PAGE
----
Championed for years by the Ramblers and now enshrined in an Act of Parliament, passed in 2009, a footpath around the coastline of England, would link many of the jewels of this beautiful coast.

There is a need for the new Government to back the commitment made by the coalition, and the Deputy PM, Nick Clegg, back in September 2014 to deliver this by the end 2020. This means committing money and resource to allow Natural England to help deliver this exciting and ambitious project.

The Wales coastal footpath opened back in 2012, the first of its kind in the world, has made great strides in giving people access to hundreds of miles of shoreline rich in nature, archaeological and epic beauty. This is giving people the chance to see their coast anew and generating much needed income for coastal communities.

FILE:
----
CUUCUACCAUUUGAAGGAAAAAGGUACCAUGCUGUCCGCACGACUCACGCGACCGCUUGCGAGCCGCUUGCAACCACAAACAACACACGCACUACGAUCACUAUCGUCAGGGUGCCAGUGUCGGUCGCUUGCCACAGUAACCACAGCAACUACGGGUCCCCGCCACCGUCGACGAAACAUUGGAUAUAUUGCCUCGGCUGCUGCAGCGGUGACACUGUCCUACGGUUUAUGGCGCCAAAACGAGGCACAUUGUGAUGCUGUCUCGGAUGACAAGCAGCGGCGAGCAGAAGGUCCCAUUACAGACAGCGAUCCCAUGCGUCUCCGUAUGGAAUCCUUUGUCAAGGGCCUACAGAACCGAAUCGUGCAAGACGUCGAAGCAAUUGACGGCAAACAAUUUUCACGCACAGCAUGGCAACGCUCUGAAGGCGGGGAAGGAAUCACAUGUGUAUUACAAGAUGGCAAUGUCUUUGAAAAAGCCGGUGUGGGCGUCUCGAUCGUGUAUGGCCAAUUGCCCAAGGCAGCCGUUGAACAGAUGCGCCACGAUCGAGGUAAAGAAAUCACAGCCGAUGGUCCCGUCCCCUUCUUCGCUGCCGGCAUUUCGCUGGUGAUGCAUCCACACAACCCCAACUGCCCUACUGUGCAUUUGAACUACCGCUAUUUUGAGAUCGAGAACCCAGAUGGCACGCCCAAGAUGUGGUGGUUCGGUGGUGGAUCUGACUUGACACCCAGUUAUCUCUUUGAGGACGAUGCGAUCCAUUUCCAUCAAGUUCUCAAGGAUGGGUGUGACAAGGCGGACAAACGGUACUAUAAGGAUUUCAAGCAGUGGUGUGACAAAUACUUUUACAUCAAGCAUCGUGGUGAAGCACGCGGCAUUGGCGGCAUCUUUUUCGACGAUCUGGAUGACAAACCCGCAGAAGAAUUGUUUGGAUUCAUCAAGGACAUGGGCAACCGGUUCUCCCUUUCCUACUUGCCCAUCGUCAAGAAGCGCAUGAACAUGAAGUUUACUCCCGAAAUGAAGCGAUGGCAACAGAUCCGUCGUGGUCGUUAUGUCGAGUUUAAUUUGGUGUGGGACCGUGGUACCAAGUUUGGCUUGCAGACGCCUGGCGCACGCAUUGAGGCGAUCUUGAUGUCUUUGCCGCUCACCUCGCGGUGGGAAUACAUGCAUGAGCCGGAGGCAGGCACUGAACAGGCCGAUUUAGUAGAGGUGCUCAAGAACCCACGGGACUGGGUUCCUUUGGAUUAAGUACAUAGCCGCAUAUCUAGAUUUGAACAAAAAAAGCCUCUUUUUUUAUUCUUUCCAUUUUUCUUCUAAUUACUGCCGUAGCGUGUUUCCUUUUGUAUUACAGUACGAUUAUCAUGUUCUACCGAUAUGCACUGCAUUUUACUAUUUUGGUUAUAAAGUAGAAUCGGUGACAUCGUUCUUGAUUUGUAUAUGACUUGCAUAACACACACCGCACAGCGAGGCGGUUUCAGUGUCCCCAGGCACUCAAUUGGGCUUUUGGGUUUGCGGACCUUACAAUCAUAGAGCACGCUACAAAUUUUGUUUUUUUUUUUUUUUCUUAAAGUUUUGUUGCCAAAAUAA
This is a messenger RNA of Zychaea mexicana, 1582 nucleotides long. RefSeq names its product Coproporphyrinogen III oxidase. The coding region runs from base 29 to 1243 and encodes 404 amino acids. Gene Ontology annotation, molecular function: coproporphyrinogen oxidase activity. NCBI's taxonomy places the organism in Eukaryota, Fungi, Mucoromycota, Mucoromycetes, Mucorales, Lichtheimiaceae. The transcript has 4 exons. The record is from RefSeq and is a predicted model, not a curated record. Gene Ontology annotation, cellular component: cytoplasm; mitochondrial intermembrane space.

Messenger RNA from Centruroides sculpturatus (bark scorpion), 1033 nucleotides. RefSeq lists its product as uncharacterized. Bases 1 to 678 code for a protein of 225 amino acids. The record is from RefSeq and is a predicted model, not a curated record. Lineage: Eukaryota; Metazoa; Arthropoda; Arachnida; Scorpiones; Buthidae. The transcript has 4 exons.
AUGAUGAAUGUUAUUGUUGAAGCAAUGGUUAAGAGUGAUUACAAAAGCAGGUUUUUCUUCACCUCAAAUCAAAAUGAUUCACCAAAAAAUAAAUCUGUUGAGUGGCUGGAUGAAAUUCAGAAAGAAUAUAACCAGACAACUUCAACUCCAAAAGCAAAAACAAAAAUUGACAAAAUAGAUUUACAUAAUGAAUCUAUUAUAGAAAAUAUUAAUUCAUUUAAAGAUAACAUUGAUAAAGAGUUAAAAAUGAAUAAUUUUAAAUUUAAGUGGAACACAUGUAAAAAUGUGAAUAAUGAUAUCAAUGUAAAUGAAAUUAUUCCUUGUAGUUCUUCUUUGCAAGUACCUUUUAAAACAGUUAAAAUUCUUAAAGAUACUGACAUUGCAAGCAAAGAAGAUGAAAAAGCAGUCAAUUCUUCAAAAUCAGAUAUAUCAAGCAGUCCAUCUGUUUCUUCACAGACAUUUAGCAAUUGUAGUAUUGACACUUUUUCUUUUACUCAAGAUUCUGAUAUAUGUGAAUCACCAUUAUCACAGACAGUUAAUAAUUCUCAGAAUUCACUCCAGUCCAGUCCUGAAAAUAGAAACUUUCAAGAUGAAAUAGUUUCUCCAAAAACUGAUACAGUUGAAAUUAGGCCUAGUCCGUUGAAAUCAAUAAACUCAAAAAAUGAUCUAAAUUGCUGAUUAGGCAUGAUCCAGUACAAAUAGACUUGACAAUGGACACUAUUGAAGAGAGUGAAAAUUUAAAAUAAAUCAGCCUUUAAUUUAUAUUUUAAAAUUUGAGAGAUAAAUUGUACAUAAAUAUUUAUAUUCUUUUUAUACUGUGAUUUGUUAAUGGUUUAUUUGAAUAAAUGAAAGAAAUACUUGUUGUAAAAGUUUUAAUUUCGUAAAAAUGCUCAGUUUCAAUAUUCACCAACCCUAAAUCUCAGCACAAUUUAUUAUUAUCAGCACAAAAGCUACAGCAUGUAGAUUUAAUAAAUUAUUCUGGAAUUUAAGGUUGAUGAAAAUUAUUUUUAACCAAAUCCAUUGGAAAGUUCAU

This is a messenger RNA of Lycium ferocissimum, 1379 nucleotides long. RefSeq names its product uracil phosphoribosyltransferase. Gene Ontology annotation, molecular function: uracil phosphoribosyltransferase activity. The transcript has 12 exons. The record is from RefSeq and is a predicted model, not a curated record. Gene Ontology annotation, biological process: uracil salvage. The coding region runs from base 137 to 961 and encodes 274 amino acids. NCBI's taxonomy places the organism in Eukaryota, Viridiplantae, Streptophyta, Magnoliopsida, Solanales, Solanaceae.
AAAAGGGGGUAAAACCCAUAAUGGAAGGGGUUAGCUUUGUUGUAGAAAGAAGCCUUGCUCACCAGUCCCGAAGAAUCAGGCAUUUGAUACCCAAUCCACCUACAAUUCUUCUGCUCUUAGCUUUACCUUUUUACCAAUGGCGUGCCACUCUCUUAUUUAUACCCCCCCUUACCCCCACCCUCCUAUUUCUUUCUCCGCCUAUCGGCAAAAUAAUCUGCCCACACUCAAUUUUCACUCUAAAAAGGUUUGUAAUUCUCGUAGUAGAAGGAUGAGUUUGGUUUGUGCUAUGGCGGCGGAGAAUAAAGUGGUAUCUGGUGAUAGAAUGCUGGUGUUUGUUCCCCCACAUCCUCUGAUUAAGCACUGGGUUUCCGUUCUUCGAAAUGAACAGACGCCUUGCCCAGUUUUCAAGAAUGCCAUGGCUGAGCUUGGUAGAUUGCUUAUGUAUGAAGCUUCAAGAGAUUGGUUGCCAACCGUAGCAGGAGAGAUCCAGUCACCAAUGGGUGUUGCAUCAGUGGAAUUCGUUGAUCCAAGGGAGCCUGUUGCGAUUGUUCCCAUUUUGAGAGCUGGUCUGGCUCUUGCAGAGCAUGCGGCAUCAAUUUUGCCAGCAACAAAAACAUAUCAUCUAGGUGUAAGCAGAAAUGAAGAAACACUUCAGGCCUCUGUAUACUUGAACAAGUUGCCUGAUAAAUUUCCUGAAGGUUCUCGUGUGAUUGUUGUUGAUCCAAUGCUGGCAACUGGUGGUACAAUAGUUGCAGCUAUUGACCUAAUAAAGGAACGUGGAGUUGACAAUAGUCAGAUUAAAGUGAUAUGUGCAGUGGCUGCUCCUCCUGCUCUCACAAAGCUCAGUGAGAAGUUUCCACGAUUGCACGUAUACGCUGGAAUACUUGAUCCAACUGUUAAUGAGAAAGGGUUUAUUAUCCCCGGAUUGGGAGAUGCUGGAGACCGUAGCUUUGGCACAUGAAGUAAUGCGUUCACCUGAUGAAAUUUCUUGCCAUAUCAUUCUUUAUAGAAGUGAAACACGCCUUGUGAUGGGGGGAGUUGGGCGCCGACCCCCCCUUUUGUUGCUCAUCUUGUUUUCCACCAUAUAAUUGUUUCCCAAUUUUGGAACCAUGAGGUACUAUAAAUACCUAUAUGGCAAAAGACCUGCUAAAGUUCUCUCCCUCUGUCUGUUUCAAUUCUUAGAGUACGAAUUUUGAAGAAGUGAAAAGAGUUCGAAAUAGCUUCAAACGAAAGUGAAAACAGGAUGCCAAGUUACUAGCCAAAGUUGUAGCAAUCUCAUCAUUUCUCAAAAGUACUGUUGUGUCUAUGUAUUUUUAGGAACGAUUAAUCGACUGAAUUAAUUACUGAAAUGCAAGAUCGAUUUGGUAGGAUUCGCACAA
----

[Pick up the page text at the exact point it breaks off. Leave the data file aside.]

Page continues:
Over the Irish sea in Northern Ireland, the journey to create a footpath along its coastline is just beginning and would be a real boon for the tourist industry. I’ve been to Northern Ireland three times and its coastline is spectacular.

The Great Orme, 12/05/15. Photograph Richard Williams richardwilliamsimages@hotmail.com 07901518159

The Great Orme where the National Trust has bought Parc Farm and the wider grazing rights for this wildlife paradise. Picture: Richard Williams

Our history, cultural and the story of our nations has been shaped by the sea. In the last 50 years the National Trust’s Neptune Coastline Campaign has saved, thanks to a people-powered and very British revolution, hundreds of miles of coast; something that it still alive and kicking as seen by the announcement today that the Trust has bought a farm on the wildlife paradise that is the Great Orme in north Wales.

The next part of our coastal story needs to look at how we can create the space for people and nature. There is a need to look at the idea of coastal corridors, where footpaths can be moved as the coast changes and we can look to move habitats for nature. This would truly revolutionise our relationship with the coast.